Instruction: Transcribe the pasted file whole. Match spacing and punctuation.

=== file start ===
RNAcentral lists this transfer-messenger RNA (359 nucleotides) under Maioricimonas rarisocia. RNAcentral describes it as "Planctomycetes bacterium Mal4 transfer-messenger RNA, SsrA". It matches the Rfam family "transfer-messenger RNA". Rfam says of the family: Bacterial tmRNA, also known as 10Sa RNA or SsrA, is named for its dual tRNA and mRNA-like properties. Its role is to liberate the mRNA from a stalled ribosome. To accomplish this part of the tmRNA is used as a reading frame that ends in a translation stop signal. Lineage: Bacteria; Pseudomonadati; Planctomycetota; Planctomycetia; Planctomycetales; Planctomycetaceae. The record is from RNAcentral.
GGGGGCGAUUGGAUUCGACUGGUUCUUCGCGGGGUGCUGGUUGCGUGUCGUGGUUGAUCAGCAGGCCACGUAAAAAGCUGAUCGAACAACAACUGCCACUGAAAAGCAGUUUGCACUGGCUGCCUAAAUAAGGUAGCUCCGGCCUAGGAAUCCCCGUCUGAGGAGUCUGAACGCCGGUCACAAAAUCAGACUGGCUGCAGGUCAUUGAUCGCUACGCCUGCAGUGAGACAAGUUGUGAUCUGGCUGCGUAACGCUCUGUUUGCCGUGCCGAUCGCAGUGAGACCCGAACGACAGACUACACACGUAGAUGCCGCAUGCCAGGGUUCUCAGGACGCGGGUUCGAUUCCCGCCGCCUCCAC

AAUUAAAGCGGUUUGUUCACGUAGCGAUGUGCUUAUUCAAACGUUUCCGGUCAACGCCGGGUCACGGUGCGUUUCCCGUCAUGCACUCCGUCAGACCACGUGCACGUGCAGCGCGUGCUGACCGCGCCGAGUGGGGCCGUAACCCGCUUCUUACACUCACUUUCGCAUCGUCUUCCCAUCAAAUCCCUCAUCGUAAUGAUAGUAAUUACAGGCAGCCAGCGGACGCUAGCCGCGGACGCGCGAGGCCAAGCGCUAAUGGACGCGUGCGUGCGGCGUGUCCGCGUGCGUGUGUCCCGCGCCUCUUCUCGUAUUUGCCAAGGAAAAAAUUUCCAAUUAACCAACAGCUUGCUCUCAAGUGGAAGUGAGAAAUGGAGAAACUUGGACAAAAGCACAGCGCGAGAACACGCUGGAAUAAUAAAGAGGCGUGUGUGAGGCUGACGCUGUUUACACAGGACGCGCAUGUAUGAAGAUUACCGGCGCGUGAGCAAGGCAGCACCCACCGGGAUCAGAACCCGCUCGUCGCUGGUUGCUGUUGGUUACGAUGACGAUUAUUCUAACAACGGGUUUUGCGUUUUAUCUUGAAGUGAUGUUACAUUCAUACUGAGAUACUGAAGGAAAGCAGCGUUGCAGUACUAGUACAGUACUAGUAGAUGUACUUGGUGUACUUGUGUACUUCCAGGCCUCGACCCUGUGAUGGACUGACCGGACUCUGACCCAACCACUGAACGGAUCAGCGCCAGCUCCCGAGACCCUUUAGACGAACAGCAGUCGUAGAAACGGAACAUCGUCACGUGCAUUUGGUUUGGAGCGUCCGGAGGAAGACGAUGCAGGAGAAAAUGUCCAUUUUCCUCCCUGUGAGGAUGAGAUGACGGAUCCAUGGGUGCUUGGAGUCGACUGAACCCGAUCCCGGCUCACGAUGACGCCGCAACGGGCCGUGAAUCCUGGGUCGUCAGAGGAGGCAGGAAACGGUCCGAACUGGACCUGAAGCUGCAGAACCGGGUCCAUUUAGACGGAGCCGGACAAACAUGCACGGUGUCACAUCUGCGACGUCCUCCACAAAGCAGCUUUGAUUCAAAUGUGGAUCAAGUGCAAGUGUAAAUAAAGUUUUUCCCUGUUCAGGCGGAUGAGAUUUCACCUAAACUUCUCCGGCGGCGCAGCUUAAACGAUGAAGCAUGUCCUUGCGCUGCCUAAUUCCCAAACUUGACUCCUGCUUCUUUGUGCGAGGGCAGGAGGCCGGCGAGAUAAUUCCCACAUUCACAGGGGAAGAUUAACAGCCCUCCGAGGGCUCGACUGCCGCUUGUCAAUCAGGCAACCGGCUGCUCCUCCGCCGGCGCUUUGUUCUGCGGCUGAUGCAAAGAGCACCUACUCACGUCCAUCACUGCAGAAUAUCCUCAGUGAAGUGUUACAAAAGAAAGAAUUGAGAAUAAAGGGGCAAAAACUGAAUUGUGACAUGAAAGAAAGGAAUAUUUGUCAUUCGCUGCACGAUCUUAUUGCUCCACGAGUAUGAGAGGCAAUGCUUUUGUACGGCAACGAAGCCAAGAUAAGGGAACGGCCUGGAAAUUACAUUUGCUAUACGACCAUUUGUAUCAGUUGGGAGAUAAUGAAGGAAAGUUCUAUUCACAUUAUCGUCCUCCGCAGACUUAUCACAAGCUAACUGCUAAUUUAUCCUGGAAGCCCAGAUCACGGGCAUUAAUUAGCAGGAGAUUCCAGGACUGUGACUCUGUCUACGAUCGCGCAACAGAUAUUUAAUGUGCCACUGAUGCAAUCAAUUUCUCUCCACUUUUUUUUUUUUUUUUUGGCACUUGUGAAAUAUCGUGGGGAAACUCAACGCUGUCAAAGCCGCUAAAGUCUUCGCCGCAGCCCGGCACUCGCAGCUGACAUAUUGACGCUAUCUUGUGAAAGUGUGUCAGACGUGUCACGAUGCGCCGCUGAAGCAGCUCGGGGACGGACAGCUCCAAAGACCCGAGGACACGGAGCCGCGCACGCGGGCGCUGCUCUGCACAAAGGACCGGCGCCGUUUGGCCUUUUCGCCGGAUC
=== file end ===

RNAcentral lists this transfer-messenger RNA (359 nucleotides) under Maioricimonas rarisocia. RNAcentral describes it as "Planctomycetes bacterium Mal4 transfer-messenger RNA, SsrA". It matches the Rfam family "transfer-messenger RNA". Rfam says of the family: Bacterial tmRNA, also known as 10Sa RNA or SsrA, is named for its dual tRNA and mRNA-like properties. Its role is to liberate the mRNA from a stalled ribosome. To accomplish this part of the tmRNA is used as a reading frame that ends in a translation stop signal. Lineage: Bacteria; Pseudomonadati; Planctomycetota; Planctomycetia; Planctomycetales; Planctomycetaceae. The record is from RNAcentral.
GGGGGCGAUUGGAUUCGACUGGUUCUUCGCGGGGUGCUGGUUGCGUGUCGUGGUUGAUCAGCAGGCCACGUAAAAAGCUGAUCGAACAACAACUGCCACUGAAAAGCAGUUUGCACUGGCUGCCUAAAUAAGGUAGCUCCGGCCUAGGAAUCCCCGUCUGAGGAGUCUGAACGCCGGUCACAAAAUCAGACUGGCUGCAGGUCAUUGAUCGCUACGCCUGCAGUGAGACAAGUUGUGAUCUGGCUGCGUAACGCUCUGUUUGCCGUGCCGAUCGCAGUGAGACCCGAACGACAGACUACACACGUAGAUGCCGCAUGCCAGGGUUCUCAGGACGCGGGUUCGAUUCCCGCCGCCUCCAC

AAUUAAAGCGGUUUGUUCACGUAGCGAUGUGCUUAUUCAAACGUUUCCGGUCAACGCCGGGUCACGGUGCGUUUCCCGUCAUGCACUCCGUCAGACCACGUGCACGUGCAGCGCGUGCUGACCGCGCCGAGUGGGGCCGUAACCCGCUUCUUACACUCACUUUCGCAUCGUCUUCCCAUCAAAUCCCUCAUCGUAAUGAUAGUAAUUACAGGCAGCCAGCGGACGCUAGCCGCGGACGCGCGAGGCCAAGCGCUAAUGGACGCGUGCGUGCGGCGUGUCCGCGUGCGUGUGUCCCGCGCCUCUUCUCGUAUUUGCCAAGGAAAAAAUUUCCAAUUAACCAACAGCUUGCUCUCAAGUGGAAGUGAGAAAUGGAGAAACUUGGACAAAAGCACAGCGCGAGAACACGCUGGAAUAAUAAAGAGGCGUGUGUGAGGCUGACGCUGUUUACACAGGACGCGCAUGUAUGAAGAUUACCGGCGCGUGAGCAAGGCAGCACCCACCGGGAUCAGAACCCGCUCGUCGCUGGUUGCUGUUGGUUACGAUGACGAUUAUUCUAACAACGGGUUUUGCGUUUUAUCUUGAAGUGAUGUUACAUUCAUACUGAGAUACUGAAGGAAAGCAGCGUUGCAGUACUAGUACAGUACUAGUAGAUGUACUUGGUGUACUUGUGUACUUCCAGGCCUCGACCCUGUGAUGGACUGACCGGACUCUGACCCAACCACUGAACGGAUCAGCGCCAGCUCCCGAGACCCUUUAGACGAACAGCAGUCGUAGAAACGGAACAUCGUCACGUGCAUUUGGUUUGGAGCGUCCGGAGGAAGACGAUGCAGGAGAAAAUGUCCAUUUUCCUCCCUGUGAGGAUGAGAUGACGGAUCCAUGGGUGCUUGGAGUCGACUGAACCCGAUCCCGGCUCACGAUGACGCCGCAACGGGCCGUGAAUCCUGGGUCGUCAGAGGAGGCAGGAAACGGUCCGAACUGGACCUGAAGCUGCAGAACCGGGUCCAUUUAGACGGAGCCGGACAAACAUGCACGGUGUCACAUCUGCGACGUCCUCCACAAAGCAGCUUUGAUUCAAAUGUGGAUCAAGUGCAAGUGUAAAUAAAGUUUUUCCCUGUUCAGGCGGAUGAGAUUUCACCUAAACUUCUCCGGCGGCGCAGCUUAAACGAUGAAGCAUGUCCUUGCGCUGCCUAAUUCCCAAACUUGACUCCUGCUUCUUUGUGCGAGGGCAGGAGGCCGGCGAGAUAAUUCCCACAUUCACAGGGGAAGAUUAACAGCCCUCCGAGGGCUCGACUGCCGCUUGUCAAUCAGGCAACCGGCUGCUCCUCCGCCGGCGCUUUGUUCUGCGGCUGAUGCAAAGAGCACCUACUCACGUCCAUCACUGCAGAAUAUCCUCAGUGAAGUGUUACAAAAGAAAGAAUUGAGAAUAAAGGGGCAAAAACUGAAUUGUGACAUGAAAGAAAGGAAUAUUUGUCAUUCGCUGCACGAUCUUAUUGCUCCACGAGUAUGAGAGGCAAUGCUUUUGUACGGCAACGAAGCCAAGAUAAGGGAACGGCCUGGAAAUUACAUUUGCUAUACGACCAUUUGUAUCAGUUGGGAGAUAAUGAAGGAAAGUUCUAUUCACAUUAUCGUCCUCCGCAGACUUAUCACAAGCUAACUGCUAAUUUAUCCUGGAAGCCCAGAUCACGGGCAUUAAUUAGCAGGAGAUUCCAGGACUGUGACUCUGUCUACGAUCGCGCAACAGAUAUUUAAUGUGCCACUGAUGCAAUCAAUUUCUCUCCACUUUUUUUUUUUUUUUUUGGCACUUGUGAAAUAUCGUGGGGAAACUCAACGCUGUCAAAGCCGCUAAAGUCUUCGCCGCAGCCCGGCACUCGCAGCUGACAUAUUGACGCUAUCUUGUGAAAGUGUGUCAGACGUGUCACGAUGCGCCGCUGAAGCAGCUCGGGGACGGACAGCUCCAAAGACCCGAGGACACGGAGCCGCGCACGCGGGCGCUGCUCUGCACAAAGGACCGGCGCCGUUUGGCCUUUUCGCCGGAUC